Technically overall time to accomplish converstion will take a tad longer in Audacity as it's two steps--change tempo then export as MP3--whereas ASC is one step. In both you need to set options or use from previous operation. I think this is a nit (an extra step or couple of clicks doesn't bother me, but just wanted to point out).

Not sure why Media Info reports those durations (longer than source file). In Audacity when I do a 34% tempo change the length shows from 2717.75 to 2028.17 (which is 33:48.17).

Simple, straight forward.

I appreciate the explorer integration; however, it's only on folders, not on individual files which I would like to see (context menus can be edited using 3rd party tools)

There's an option to Ask or Rename if file name exists. When not recreating structure and saving into same directory program wants to overwrite source file. Ask asks you if you want to rename but doesn't give you an option as to the new file name. Rename does the same without asking you. In either case the new file name is same as source with (n) (n= an integer; 1 the first time you run, 2 the next, and so forth).

If you save output to a separate folder as source files then output folder will contain files with the same name as source files. Again, I'd like to see an option to control the names of saved/outputted files so I can see at a glance that these are processed files.

I like the options to downmix to mono and normalize volume; I tested neither.

As for sound quality, I found the Audacity conversion somewhere between Middle and Max Speed. Or, said another way, I found both Middle and Max Quality conversions of ASC preferable to listen to than the Audacity converted file.

That said, my favorite file was an Audacity export from which I removed noise (that speaks to the quality of the recording I am testing with).

I am not a professional reviewer so there are things I may have missed, but I hope what I have included here is helpful. Cheers!

Reply   |   Comment by Drew  –  11 years ago  –  Did you find this comment useful? yes | no (+3)

Looks OK for a dedicated product but I use good old Audacity for most functions like this.

Reply   |   Comment by Dave  –  11 years ago  –  Did you find this comment useful? yes | no (+2)

OK, had to comment, because I can't comprehend the low user rating here. They give you a portable version, and it's robust and easy to use (just add files and use the "Tempo Scaling" slider to slow down or speed up your audio with automatic pitch adjustment).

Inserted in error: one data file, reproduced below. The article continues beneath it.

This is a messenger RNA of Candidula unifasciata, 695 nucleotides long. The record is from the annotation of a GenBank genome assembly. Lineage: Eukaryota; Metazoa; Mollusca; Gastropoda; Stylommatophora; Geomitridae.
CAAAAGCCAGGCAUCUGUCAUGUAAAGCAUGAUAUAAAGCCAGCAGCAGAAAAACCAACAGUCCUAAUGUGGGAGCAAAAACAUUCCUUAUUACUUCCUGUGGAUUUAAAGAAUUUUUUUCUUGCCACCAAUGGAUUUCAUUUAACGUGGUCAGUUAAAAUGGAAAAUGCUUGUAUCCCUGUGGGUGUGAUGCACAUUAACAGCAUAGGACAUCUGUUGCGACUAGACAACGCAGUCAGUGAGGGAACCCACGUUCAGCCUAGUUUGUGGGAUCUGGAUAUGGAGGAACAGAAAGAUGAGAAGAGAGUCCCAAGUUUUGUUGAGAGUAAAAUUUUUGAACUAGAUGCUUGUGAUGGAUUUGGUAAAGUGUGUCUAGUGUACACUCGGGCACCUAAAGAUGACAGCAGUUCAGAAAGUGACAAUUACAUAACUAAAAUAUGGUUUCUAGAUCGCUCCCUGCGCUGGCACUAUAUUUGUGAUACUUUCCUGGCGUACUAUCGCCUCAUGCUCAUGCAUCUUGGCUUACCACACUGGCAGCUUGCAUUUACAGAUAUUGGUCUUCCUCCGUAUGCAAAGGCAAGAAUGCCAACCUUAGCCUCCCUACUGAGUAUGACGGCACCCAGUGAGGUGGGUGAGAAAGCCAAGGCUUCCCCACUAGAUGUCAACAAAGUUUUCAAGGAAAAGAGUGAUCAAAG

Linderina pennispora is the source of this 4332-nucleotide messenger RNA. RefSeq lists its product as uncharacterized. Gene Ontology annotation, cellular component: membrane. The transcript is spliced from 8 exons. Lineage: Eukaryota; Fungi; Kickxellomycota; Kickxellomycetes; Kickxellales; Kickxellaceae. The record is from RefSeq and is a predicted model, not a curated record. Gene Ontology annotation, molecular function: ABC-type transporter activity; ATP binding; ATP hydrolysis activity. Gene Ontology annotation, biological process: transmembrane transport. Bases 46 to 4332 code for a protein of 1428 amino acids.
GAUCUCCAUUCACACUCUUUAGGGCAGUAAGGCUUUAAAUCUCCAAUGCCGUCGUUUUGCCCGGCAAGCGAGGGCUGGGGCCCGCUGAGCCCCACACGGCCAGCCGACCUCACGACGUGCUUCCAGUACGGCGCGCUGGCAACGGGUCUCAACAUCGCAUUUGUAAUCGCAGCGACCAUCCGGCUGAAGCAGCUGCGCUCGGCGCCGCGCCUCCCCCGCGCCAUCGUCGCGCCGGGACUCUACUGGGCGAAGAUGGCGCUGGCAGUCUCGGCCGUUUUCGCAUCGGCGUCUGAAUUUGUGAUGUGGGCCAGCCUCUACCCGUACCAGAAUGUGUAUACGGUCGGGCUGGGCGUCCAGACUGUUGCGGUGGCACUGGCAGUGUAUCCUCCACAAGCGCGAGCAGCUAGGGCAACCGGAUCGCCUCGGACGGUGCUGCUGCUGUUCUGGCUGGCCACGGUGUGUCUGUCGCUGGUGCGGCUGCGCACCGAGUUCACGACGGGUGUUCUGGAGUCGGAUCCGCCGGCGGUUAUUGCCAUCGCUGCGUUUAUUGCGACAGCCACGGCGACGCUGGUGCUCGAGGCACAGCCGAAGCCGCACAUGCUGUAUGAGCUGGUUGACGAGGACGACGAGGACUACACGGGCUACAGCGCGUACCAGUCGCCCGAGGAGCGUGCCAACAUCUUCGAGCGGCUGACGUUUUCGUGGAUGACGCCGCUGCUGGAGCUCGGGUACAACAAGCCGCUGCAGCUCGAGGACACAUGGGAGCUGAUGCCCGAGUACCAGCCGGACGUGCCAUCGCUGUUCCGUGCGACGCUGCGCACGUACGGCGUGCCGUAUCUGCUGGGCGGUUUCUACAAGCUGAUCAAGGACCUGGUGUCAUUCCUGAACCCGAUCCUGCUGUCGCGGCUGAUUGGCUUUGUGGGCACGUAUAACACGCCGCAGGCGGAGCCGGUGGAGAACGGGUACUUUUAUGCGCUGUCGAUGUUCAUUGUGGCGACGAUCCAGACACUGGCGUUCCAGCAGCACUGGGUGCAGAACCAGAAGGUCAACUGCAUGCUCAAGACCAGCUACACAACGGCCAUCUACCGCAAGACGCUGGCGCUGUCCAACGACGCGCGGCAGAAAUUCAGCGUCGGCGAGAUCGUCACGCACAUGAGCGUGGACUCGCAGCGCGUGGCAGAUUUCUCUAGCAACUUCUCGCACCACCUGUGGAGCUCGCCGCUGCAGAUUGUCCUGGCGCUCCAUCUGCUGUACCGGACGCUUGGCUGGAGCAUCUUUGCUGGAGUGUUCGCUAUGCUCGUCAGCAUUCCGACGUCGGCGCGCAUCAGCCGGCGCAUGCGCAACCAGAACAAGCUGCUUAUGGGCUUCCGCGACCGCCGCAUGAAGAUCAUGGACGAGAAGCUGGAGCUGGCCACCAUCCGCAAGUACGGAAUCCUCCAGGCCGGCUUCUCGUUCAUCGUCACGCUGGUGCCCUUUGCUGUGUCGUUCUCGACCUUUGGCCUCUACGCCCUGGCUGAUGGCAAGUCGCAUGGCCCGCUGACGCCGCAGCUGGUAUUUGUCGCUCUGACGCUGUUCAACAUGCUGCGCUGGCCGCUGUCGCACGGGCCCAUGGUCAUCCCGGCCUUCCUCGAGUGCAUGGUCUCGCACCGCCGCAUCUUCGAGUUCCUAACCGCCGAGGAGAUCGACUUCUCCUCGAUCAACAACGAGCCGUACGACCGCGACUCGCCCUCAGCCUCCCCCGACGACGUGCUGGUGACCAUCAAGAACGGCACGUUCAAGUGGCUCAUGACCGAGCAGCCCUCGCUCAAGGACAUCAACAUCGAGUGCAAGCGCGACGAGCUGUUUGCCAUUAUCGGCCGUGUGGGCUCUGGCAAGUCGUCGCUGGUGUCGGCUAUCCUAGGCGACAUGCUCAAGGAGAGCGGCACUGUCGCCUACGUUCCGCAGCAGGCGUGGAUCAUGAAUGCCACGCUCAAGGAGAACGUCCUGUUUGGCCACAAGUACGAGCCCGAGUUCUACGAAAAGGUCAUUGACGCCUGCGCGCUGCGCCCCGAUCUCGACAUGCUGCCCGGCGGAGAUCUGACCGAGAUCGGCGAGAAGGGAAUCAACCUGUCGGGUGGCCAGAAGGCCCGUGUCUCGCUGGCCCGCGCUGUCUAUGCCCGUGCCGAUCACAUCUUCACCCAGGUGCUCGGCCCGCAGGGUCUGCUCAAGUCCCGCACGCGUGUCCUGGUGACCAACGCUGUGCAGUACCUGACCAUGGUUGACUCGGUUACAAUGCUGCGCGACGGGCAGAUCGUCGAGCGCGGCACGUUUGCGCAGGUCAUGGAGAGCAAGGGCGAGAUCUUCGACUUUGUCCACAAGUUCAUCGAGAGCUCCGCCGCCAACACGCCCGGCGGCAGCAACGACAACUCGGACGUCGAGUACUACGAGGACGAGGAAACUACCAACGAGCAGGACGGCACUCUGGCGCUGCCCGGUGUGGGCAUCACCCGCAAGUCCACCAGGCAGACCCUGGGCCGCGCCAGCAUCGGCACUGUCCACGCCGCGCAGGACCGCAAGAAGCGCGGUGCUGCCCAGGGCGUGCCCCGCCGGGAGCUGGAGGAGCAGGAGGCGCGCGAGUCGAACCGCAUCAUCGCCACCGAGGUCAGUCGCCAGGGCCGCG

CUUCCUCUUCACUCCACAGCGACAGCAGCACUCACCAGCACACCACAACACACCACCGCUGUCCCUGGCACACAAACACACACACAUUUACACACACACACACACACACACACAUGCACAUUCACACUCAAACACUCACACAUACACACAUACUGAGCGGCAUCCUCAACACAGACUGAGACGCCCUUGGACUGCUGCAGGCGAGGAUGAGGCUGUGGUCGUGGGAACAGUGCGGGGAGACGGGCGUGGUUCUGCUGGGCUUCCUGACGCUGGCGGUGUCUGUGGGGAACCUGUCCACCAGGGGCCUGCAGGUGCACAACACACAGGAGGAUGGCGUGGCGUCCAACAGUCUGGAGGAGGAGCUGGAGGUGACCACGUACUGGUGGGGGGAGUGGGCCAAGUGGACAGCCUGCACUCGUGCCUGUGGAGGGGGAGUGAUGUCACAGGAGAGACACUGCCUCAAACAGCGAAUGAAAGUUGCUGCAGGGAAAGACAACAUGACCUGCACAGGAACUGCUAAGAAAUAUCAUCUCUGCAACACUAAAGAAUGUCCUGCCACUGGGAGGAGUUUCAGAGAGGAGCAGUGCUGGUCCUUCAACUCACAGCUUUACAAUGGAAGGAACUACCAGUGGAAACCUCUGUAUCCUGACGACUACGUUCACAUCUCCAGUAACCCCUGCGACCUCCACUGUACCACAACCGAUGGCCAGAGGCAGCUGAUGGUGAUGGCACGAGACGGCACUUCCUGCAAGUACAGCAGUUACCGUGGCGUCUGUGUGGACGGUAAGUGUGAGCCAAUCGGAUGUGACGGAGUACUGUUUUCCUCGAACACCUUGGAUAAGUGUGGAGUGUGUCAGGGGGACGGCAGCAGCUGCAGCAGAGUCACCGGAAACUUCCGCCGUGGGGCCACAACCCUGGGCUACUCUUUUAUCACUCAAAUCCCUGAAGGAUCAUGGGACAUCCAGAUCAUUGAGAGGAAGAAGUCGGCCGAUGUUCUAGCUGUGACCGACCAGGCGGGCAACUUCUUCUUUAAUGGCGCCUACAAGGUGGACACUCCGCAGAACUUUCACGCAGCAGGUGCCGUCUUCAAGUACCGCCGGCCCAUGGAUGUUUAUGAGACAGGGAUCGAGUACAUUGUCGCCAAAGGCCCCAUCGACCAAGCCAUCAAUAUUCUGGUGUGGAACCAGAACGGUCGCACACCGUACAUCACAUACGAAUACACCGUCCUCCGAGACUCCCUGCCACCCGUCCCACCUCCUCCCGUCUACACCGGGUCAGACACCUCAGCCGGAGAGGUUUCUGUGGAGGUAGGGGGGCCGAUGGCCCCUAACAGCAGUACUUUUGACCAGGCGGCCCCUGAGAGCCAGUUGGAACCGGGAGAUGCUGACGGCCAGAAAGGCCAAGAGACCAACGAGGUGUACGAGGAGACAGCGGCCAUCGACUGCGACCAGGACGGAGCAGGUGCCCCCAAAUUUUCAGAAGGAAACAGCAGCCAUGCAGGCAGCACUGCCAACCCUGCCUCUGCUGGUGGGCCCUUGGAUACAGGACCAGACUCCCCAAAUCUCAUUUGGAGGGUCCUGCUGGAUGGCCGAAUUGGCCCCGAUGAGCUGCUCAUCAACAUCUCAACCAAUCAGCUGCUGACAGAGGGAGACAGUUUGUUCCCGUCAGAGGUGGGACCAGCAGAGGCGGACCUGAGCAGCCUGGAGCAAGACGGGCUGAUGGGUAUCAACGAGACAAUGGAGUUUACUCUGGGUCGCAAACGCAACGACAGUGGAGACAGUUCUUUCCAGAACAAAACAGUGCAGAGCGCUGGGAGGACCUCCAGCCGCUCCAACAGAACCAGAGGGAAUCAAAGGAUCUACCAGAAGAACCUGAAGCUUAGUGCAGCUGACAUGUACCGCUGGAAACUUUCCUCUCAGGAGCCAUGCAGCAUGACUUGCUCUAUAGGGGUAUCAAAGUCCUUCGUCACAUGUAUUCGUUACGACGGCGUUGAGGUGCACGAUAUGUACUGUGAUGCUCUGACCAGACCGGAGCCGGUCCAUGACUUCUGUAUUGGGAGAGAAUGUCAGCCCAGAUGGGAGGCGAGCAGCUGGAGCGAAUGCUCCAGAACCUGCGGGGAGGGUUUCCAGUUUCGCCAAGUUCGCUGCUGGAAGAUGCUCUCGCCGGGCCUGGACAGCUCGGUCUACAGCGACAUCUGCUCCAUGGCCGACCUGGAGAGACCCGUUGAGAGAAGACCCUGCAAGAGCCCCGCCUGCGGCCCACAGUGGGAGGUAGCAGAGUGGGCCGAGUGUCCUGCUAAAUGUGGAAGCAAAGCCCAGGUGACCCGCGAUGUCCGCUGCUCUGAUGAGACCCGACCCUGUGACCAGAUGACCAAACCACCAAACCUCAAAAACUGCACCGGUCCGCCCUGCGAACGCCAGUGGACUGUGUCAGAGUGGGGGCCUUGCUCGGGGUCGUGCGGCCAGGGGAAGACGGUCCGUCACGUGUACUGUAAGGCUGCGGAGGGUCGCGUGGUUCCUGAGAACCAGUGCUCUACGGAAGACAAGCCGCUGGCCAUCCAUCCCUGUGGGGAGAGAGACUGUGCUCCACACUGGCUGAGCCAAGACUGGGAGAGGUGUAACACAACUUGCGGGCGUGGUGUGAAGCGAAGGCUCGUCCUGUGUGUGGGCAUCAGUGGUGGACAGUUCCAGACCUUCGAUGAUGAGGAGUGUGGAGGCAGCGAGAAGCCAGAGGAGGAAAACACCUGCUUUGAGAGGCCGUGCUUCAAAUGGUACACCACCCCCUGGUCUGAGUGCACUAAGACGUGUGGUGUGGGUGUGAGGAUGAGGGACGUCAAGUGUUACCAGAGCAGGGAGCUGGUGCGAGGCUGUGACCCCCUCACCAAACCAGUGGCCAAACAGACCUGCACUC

I have a shortcut to their cousin app, Angel's Vox, in an easily accessible place on my desktop to play sped-up podcasts in the background. Angel's Vox is much better suited for that task, as it has skip-ahead-5-seconds (right arrow), skip-ahead-30-seconds ("s"), and has a proper resume (it keeps its place between shutdown/restart, including the file list). Audio Speed Changer Pro can be used for that, but it's more suited to batch conversions for later listening on an MP3 player or with Windows Media Player or the like.

So what's the problem that gets it such a bad rating? They gave you a portable version, so it's light as a feather. It does what it's intended to do, and simply (can anyone see how to improve the user interface?).

Reply   |   Comment by Joe T.  –  11 years ago  –  Did you find this comment useful? yes | no (+14)


The 9 hour time limit is a show stopper. Most unabridged audiobooks are much longer than that. My MP3 player automatically resumes wherever I leave off, so I join all my books into a single file for playing. One book = one file. That avoids a lot of potential file management problems with loading and unloading.

Reply   |   Comment by Thomas  –  11 years ago  –  Did you find this comment useful? yes | no (+2)

Thank you GOTD team and SuperUtils for this giveaway. I was not sure on this one when I came here today, didn't think I would have any use for it.Glad I tried it. Great fun for the kids( mine like fred on you tube,god help me)So I will keep this one for them,as for my self no practical use that I could think of for this software.But i will say that It made me laugh with the results it produces.good for kids.